Covid-19 and construction claims: How to deal with pandemic related claims in 2022?

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11 March 2020, the World Health Organization (WHO) declared the coronavirus (Covid-19) a pandemic. This created additional challenges for projects to stay within budget and on schedule. As a result, many of today’s claims and disputes originate in the hindrances caused by the pandemic. In 2020, the average value of construction industry disputes more than doubled in Europe with impacts due to Covid-19 named as number one reason for the increase (Arcadis, 2021).

Using Covid-19 as a reference, this blog post will advise project stakeholders on how to tackle pandemic related claims. This blog post will discuss the impacts of Covid-19 on the construction industry, the contractual clauses to be used, and the best practices on how to approach such claims.

Impact of the Corona crisis

Before diving into the contractual aspects, it is important to understand how the most recent pandemic (Covid-19) has affected the construction industry. Early 2020, the pandemic has forced governments and businesses to take multiple measures to limit the spread of the virus. Measures that ranged from company closures to travel bans and that eventually impacted projects directly by creating all types of disruptions and delays. Moreover, the markets became unstable and prices increased, making projects exceedingly difficult to complete within their planned budget. The figure below summarizes some of the numerous effects of the pandemic that directly and indirectly impacted the construction industry.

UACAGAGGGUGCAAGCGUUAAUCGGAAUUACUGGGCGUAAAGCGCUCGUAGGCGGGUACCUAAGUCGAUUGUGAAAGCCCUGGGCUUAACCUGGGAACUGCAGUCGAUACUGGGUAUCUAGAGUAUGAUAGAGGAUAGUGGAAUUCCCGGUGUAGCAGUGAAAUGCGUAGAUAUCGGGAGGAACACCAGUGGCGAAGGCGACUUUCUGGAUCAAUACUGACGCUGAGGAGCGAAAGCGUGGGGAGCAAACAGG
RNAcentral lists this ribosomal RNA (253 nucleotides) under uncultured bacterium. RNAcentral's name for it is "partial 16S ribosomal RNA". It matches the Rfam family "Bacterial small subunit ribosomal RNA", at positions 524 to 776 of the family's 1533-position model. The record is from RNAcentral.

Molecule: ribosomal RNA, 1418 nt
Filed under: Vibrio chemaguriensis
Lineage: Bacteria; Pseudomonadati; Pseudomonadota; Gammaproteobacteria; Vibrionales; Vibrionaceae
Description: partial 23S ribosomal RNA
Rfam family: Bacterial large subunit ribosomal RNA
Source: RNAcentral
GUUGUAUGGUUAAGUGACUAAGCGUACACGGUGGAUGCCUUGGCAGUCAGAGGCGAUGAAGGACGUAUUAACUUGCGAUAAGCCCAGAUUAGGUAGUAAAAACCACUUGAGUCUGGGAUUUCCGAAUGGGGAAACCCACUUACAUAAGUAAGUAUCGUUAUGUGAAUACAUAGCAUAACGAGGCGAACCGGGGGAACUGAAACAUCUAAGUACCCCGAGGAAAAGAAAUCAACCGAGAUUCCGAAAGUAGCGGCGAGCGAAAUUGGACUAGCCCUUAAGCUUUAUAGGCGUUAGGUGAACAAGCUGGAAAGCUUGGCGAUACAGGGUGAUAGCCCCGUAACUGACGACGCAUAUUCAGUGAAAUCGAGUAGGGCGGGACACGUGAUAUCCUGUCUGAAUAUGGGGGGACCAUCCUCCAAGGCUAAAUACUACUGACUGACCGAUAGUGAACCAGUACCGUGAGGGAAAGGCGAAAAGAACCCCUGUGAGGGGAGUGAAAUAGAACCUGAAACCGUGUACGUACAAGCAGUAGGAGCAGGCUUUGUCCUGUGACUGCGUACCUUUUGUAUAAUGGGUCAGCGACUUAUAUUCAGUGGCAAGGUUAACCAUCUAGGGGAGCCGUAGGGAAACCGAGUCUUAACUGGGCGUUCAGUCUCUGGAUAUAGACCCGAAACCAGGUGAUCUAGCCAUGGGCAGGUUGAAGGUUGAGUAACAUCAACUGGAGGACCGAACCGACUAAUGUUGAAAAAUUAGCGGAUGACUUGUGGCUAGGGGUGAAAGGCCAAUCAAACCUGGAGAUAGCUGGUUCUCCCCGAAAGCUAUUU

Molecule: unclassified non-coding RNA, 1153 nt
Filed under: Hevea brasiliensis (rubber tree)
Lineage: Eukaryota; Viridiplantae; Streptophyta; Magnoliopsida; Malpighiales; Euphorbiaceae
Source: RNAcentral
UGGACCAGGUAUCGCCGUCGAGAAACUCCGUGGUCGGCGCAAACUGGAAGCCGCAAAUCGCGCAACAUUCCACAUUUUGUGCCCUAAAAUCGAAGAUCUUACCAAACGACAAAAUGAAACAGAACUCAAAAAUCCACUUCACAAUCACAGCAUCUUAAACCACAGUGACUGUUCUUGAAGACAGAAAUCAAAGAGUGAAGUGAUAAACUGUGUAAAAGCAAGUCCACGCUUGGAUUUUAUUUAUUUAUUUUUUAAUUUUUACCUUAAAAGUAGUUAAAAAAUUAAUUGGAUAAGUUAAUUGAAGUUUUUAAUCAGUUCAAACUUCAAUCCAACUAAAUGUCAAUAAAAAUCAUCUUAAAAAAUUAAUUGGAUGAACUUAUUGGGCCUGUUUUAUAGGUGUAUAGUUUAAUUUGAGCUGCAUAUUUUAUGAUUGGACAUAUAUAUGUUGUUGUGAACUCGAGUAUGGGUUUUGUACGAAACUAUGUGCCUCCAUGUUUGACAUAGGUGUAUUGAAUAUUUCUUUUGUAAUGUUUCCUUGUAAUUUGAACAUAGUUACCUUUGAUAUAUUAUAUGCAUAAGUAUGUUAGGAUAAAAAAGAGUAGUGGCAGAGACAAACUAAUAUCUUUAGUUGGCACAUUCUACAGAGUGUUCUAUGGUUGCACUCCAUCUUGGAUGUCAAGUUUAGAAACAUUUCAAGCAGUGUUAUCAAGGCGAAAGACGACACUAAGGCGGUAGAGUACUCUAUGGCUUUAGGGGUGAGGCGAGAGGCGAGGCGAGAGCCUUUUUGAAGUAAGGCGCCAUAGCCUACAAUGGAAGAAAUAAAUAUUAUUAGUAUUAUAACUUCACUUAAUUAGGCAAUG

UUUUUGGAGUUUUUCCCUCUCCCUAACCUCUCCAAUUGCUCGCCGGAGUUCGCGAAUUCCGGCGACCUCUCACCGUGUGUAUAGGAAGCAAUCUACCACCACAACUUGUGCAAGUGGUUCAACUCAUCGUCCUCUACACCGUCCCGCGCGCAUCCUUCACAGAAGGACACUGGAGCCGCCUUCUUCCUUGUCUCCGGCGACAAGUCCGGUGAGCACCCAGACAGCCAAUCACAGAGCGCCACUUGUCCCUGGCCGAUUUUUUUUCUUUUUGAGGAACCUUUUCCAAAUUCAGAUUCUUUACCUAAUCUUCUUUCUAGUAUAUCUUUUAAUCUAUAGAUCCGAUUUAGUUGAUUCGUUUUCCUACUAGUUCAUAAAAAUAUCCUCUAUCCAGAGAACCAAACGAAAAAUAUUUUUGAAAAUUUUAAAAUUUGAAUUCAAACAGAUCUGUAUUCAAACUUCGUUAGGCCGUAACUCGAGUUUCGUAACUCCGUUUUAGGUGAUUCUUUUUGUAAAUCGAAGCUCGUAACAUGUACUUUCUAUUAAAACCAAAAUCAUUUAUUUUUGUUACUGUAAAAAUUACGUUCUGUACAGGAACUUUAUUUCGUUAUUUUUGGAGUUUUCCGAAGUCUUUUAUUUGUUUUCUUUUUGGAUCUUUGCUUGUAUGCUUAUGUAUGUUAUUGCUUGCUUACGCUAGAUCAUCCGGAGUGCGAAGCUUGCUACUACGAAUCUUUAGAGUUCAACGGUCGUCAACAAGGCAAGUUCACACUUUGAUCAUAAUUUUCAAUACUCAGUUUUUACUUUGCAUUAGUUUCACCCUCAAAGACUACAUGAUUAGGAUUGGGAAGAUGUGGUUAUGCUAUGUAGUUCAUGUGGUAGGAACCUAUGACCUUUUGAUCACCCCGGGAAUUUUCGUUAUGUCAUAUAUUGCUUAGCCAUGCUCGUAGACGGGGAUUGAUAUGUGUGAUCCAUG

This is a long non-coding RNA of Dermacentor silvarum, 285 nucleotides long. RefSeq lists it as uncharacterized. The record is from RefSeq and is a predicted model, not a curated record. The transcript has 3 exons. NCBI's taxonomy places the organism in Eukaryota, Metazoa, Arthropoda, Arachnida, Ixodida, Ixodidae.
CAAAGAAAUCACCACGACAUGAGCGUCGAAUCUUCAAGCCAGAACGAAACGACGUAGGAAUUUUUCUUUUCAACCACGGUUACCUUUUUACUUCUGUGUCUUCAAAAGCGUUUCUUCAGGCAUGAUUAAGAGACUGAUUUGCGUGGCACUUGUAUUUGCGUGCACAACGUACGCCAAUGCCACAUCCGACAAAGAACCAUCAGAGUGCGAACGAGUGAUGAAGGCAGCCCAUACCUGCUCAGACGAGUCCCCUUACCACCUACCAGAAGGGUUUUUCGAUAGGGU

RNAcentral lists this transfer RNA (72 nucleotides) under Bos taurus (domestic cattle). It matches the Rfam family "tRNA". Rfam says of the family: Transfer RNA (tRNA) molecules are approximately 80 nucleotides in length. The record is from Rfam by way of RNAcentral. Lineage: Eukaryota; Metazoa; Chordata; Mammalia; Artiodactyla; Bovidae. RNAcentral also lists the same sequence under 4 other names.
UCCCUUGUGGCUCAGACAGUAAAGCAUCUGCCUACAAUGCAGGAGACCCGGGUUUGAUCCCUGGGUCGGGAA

Contractual clauses related to Pandemics

For Covid-19, the restrictions changed constantly throughout the past 2 years, from strict lockdowns to soft safety measures as we adapted our lives to the virus. Hence, the contractual clauses used to approach Covid-19 also changed. At the beginning of the pandemic, contract managers addressed Covid-19 mainly under the force majeure clause. Now, the effects of the virus are more considered as a disturbance that is hindering construction activities which is more suitably addressed by disruption claims. While dealing with a pandemic claim, it is crucial to understand the impact the pandemic had on your project at the different instances.

Early 2020: Is Covid-19 a force majeure event?

FIDIC identifies the term "Force Majeure" as being an "exceptional" event or circumstance, beyond the party's control, and something that it could not have reasonably provided against before entering into the contract. In case of a force majeure clause in the contract, depending on the drafting, it may have different consequences like excusing the affected party from performing the contract; excusing that party from delay, entitling them to an extension of time; or even permitting them to terminate the project.

However, triggering a force majeure clause isn't that easy. The party seeking for it must prove that:

  • Force Majeure has occurred (and that the event is a Force Majeure)
  • Causation: Force Majeure has prevented, disrupted or delayed performance